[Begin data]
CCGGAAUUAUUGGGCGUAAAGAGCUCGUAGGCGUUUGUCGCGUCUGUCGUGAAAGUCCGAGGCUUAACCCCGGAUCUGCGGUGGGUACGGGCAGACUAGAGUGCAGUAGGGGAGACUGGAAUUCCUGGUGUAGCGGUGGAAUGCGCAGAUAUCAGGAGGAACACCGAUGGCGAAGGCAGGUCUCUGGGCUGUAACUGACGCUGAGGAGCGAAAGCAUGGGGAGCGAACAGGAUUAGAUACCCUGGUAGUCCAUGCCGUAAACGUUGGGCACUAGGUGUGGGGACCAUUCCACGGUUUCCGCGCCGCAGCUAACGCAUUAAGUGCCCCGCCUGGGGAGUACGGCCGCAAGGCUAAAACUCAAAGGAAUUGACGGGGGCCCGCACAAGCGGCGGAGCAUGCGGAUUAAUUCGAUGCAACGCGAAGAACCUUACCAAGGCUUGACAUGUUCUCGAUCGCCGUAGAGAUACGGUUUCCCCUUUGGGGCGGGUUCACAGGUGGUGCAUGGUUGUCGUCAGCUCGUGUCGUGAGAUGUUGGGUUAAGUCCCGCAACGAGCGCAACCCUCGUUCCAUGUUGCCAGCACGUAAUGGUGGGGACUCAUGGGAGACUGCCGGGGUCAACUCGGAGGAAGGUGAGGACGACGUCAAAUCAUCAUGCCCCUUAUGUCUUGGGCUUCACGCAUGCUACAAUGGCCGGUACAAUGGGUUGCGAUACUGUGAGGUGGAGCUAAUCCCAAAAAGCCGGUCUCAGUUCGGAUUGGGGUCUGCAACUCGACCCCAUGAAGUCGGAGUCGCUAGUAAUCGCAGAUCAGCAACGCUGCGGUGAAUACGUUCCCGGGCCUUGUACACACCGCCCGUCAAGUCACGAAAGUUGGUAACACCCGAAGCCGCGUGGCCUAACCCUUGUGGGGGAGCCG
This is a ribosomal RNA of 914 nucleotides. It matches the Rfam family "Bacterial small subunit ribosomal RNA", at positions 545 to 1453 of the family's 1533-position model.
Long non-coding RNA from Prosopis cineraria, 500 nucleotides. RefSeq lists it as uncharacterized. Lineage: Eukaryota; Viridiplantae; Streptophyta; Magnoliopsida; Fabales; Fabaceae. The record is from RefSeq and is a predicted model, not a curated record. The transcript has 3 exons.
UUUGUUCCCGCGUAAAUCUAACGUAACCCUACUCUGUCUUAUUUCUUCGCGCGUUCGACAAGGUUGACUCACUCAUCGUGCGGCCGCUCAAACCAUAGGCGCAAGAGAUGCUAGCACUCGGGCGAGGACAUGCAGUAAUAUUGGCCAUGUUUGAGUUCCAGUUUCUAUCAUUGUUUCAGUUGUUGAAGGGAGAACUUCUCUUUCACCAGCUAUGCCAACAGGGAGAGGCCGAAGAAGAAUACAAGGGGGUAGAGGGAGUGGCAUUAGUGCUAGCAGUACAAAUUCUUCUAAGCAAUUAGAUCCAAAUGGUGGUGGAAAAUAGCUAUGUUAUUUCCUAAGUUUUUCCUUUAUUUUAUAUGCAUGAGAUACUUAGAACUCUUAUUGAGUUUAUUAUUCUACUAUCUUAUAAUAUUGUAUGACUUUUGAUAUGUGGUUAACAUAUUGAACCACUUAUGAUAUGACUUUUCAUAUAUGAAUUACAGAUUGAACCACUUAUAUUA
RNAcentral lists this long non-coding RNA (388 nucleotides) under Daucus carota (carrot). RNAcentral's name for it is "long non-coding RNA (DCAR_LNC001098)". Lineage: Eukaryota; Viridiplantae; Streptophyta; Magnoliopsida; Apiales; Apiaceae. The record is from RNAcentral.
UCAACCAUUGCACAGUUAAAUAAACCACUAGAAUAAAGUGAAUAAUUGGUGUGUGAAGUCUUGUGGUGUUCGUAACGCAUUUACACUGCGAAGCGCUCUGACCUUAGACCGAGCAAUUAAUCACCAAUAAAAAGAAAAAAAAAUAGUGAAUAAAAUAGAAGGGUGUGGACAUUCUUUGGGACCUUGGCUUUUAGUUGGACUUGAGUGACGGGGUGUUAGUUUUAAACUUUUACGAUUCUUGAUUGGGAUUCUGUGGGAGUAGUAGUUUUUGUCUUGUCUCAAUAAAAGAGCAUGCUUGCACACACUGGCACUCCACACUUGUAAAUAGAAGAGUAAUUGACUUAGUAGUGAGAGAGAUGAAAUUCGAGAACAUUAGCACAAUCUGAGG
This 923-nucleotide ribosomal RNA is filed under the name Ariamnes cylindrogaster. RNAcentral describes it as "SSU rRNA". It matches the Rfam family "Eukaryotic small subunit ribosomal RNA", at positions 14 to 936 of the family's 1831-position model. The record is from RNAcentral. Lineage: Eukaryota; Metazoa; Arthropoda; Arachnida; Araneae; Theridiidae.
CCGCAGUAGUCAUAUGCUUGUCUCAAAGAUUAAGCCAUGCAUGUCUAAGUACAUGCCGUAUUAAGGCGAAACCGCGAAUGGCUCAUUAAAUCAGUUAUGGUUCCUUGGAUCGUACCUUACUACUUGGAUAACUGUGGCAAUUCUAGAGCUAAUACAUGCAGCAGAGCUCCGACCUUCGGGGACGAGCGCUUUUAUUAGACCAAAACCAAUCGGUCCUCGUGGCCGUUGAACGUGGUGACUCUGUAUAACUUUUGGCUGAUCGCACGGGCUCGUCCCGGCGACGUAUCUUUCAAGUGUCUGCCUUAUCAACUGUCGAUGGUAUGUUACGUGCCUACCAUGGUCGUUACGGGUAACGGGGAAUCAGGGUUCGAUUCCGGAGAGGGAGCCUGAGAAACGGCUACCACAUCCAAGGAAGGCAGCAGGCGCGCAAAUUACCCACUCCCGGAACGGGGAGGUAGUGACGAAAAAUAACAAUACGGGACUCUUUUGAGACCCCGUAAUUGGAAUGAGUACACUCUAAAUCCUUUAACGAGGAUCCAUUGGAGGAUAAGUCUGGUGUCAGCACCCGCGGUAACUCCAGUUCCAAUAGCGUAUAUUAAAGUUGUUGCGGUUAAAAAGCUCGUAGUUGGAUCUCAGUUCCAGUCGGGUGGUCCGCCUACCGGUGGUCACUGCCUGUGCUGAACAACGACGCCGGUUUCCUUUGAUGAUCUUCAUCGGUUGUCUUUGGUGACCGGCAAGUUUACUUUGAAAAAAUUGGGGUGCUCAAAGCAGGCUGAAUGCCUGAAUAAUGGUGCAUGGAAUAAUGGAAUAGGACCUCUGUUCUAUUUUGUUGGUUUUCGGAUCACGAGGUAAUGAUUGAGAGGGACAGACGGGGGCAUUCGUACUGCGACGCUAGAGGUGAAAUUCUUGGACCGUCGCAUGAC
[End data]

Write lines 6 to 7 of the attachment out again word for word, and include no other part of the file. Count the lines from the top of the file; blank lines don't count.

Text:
UCAACCAUUGCACAGUUAAAUAAACCACUAGAAUAAAGUGAAUAAUUGGUGUGUGAAGUCUUGUGGUGUUCGUAACGCAUUUACACUGCGAAGCGCUCUGACCUUAGACCGAGCAAUUAAUCACCAAUAAAAAGAAAAAAAAAUAGUGAAUAAAAUAGAAGGGUGUGGACAUUCUUUGGGACCUUGGCUUUUAGUUGGACUUGAGUGACGGGGUGUUAGUUUUAAACUUUUACGAUUCUUGAUUGGGAUUCUGUGGGAGUAGUAGUUUUUGUCUUGUCUCAAUAAAAGAGCAUGCUUGCACACACUGGCACUCCACACUUGUAAAUAGAAGAGUAAUUGACUUAGUAGUGAGAGAGAUGAAAUUCGAGAACAUUAGCACAAUCUGAGG
This 923-nucleotide ribosomal RNA is filed under the name Ariamnes cylindrogaster. RNAcentral describes it as "SSU rRNA". It matches the Rfam family "Eukaryotic small subunit ribosomal RNA", at positions 14 to 936 of the family's 1831-position model. The record is from RNAcentral. Lineage: Eukaryota; Metazoa; Arthropoda; Arachnida; Araneae; Theridiidae.